The Memory Code – Table of Contents

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The Memory Code is often referred to, by those asking me about it, as ‘your Stonehenge book’. I have no doubt that the ideas about the purpose for Stonehenge will attract much of the attention, but it is only one chapter in 12. So I have put the Table of Contents below so you can see the extent of the book. It covers more ground than Knowledge and Power in Prehistoric Societies, but without all the academic justification.

I have had a great deal of contact in recent weeks from the memory community, including memory champions on three continents! I have also been asked to write an academic essay for Rounded Globe on indigenous memory methods and implications for contemporary thinking. It will be titled Grounded: indigenous knowing in a concrete reality and free for all. This is part of the move for academics to communicate beyond the expensive academic journals and paywalls. Taxpayers pay for the research – taxpayers should have access to it.

The Memory Code will be published in Australia by Allen & Unwin in July, and by Atlantic Books in the UK and Pegasus Books in the US early next year. The audio rights have also just been sold, so I’ll update here when all the paper work has been done. Allen & Unwin are working extremely hard on my book, and I am delighted by everything they have done.

THE MEMORY CODE – TABLE OF CONTENTS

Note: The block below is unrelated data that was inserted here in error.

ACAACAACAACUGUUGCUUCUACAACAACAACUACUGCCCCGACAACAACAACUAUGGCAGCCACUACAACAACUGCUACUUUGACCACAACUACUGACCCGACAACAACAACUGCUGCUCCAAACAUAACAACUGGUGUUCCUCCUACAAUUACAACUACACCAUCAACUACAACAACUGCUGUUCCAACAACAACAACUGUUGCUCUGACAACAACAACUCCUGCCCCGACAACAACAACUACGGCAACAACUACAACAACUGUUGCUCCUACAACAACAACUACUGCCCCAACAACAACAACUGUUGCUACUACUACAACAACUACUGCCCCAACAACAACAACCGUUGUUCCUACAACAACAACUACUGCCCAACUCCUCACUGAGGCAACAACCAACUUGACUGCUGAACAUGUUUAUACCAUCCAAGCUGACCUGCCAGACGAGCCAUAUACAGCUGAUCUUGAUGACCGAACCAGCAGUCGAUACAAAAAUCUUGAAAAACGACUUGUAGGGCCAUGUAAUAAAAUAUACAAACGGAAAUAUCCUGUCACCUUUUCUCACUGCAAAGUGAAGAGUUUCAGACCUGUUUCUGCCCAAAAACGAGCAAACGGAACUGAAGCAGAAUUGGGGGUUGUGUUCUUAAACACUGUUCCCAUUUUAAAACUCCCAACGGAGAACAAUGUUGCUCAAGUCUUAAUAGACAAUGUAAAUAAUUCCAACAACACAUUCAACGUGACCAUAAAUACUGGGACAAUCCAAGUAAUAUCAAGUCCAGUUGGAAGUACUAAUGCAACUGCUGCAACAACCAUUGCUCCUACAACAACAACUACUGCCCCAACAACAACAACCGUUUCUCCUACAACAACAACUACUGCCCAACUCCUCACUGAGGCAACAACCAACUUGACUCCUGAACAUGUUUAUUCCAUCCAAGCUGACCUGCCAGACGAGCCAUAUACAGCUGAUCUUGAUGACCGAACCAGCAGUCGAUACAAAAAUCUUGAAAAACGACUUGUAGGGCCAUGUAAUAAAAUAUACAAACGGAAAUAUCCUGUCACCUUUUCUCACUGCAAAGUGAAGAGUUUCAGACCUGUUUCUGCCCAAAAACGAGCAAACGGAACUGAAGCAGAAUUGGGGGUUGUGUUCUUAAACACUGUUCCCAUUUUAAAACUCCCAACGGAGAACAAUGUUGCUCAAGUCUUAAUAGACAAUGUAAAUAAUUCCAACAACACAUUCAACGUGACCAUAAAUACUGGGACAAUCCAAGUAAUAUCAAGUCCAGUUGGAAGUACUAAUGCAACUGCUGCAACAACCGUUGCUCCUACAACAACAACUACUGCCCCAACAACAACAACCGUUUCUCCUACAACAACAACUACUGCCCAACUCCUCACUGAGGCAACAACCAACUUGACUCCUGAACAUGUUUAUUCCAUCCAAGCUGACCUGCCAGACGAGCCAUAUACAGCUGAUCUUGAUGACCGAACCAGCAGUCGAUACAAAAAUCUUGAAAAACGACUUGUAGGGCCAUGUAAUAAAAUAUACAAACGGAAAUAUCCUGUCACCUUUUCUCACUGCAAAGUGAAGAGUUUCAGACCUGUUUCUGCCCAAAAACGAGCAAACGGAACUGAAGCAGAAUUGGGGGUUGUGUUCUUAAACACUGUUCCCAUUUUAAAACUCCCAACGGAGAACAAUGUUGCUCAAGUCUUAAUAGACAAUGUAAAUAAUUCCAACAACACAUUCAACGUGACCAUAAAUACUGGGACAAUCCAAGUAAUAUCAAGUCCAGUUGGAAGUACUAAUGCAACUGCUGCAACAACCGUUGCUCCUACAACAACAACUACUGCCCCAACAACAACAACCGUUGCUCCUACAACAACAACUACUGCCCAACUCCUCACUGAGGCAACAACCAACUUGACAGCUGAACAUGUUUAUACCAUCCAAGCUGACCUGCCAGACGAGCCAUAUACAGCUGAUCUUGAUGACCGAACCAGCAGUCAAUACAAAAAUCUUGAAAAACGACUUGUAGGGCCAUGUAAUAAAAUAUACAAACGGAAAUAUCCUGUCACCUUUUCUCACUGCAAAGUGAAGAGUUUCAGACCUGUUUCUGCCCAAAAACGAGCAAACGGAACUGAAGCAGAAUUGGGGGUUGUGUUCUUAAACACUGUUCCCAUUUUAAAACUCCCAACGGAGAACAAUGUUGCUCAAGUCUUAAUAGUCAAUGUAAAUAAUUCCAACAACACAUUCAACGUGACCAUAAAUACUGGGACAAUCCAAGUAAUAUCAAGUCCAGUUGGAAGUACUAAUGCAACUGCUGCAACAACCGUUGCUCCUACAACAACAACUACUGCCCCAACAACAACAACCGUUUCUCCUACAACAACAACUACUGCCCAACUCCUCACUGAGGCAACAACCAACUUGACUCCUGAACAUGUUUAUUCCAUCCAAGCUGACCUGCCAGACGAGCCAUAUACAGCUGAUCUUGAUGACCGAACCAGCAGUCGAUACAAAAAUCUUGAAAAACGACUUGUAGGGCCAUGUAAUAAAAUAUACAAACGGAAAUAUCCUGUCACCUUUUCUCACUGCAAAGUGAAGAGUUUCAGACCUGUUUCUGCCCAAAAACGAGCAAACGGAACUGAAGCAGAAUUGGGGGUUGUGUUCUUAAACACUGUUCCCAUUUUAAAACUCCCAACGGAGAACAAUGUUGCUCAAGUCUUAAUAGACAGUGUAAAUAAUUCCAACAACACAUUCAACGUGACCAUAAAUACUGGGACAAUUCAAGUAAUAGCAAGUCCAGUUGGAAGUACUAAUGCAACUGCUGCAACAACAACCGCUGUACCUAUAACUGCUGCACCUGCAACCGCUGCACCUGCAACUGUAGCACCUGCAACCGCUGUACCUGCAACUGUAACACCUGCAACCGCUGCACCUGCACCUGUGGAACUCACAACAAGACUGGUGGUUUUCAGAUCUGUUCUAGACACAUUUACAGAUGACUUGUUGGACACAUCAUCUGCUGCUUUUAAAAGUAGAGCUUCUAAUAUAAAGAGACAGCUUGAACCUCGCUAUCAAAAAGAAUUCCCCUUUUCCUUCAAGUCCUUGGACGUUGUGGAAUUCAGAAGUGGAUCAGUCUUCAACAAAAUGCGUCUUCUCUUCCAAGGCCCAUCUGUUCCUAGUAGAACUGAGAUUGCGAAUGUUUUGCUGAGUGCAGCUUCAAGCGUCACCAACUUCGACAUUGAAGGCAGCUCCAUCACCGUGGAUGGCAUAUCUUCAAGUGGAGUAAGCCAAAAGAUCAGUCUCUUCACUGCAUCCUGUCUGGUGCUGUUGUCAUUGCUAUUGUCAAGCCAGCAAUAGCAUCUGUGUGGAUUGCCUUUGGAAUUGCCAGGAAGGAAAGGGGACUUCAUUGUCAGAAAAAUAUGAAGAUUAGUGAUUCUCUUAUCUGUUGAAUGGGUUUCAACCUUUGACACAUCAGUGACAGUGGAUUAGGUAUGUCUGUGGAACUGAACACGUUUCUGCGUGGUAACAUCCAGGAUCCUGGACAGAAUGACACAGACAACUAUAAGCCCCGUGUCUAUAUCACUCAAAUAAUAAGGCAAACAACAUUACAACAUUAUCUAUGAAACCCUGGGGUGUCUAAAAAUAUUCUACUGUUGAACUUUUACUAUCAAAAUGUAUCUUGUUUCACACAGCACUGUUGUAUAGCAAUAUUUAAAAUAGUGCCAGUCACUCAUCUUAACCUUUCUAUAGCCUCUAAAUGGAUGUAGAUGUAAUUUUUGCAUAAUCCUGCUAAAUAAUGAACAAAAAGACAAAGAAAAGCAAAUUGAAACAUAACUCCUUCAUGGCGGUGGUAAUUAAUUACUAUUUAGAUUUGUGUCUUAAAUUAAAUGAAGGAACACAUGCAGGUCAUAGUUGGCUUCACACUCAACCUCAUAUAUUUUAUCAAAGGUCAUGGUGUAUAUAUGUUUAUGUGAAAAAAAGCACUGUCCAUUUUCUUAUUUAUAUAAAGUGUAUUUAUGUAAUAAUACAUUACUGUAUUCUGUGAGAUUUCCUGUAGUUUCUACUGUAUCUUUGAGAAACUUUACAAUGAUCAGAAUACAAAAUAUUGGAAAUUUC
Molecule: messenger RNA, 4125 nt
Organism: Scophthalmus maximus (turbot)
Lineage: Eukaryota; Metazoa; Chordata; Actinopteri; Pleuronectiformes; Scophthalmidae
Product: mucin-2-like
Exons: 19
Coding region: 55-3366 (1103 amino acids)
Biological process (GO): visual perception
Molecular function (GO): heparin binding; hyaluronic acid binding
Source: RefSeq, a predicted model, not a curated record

Preface

Chapter 1  –  Encyclopaedic memories of the elders

Chapter 2  –  Memory spaces, large and small

Chapter 3  –  Memory spaces in a modern world

Chapter 4  –  A journey through time

Chapter 5  –  The ever-changing memory spaces at Stonehenge

Chapter 6  –  The megalithic complexes of Avebury and Orkney

Chapter  7  –  Newgrange and the passage cairns of Ireland    

Chapter  8  –  The tall stones and endless rows of Carnac

Chapter 9  –  The unparalleled architecture of Chaco Canyon

Chapter  10  Giant drawings on the desert floor at Nasca

Chapter  11  Memory spaces across the Americas

Chapter  12  Polynesian navigators create a unique world on Easter Island

Epilogue

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About lynne

I am an Honorary Researcher at LaTrobe University. I am the author of 17 books, the most recent being 'Spiders: learning to love them' (Allen & Unwin), 'Knowledge and Power in Prehistoric Societies' (Cambridge University Press, and 'The Memory Code' (Allen & Unwin, AUS; Pegasus Books, US and Atlantic Books, UK). My new book 'Memory Craft' is about how to apply the indigenous memory methods - and many more - in contemporary life. It was published on June 3, 2019.
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